Health Professions April 2, 2019
Early success: The Diabetes Prevention Programme is proving interventions can boost outcomes

By News Feature - Accountable Care Journal

New figures show the Diabetes Prevention Programme (DPP) has so far been a success as the 17,000 people who attended most of the healthy living sessions lost an average of 3.4kg, over one kilogram more than originally predicted.

The programme, which gives advice on dieting, exercise and healthy lifestyle, is being doubled in size over the next few years to treat around 200,000 people annually as part of the NHS Long Term Plan’s renewed focus on prevention.

Diabetes and its complications cost over £10 billion every year to treat and one in six patients in hospital has diabetes. Around nine out of 10 people with diabetes have Type 2, which is closely linked to obesity, and there is strong evidence that in many it is preventable.

With 12.3 million people at 'increased risk' of Type 2 diabetes in the UK, according to Pav Kalsi, senior clinical advisor at Diabetes UK, the success of prevention programmes such as this cannot be understated.

Several providers have been appointed to scale up and roll out the service, including; Reed Momenta, ICS Health and Wellbeing, WW (formerly Weight Watchers), Ingeus, and Living Well Taking Control. Meanwhile, the providers for the online programme are OurPath, Oviva, WW (formerly Weight Watchers), Changing Health and Liva Healthcare.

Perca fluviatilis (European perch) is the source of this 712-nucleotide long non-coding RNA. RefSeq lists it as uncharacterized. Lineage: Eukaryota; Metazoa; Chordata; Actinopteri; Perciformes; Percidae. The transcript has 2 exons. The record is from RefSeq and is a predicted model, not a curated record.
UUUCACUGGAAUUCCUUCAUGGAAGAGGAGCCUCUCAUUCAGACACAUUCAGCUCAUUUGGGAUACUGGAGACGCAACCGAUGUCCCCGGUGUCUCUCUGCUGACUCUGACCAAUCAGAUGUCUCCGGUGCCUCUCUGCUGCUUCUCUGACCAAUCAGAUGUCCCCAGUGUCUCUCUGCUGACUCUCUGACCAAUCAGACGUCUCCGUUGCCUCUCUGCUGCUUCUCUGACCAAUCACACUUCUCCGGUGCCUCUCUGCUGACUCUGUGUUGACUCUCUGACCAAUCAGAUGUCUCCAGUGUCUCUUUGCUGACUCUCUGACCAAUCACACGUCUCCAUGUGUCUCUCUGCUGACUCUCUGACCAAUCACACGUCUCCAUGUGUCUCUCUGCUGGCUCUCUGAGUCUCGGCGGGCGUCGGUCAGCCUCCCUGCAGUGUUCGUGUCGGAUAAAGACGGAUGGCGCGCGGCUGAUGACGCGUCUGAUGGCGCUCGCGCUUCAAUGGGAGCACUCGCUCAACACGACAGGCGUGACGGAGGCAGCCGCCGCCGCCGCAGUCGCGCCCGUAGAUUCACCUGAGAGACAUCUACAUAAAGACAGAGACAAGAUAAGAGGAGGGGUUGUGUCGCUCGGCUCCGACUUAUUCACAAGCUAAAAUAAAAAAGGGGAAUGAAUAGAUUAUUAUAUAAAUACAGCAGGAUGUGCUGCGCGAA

The national clinical director of diabetes and obesity at NHS England, Professor Jonathan Valabhji, commended the results. One recipient, Harry Matharu, who was diagnosed as a pre-diabetic by his GP at age 56 reported a loss of 3 stones in weight after beginning the programme, claiming the programme "changed my life."

Recent projections show that the growing number of people with diabetes could result in nearly 39,000 people living with diabetes suffering a heart attack in 2035 and over 50,000 people suffering a stroke. The Department of Health and Social Care has labelled this as "hard proof" that "people with diabetes change their lives" and supported the programme.

Digital innovations are expected to be introduced over the coming year to further support this progress.


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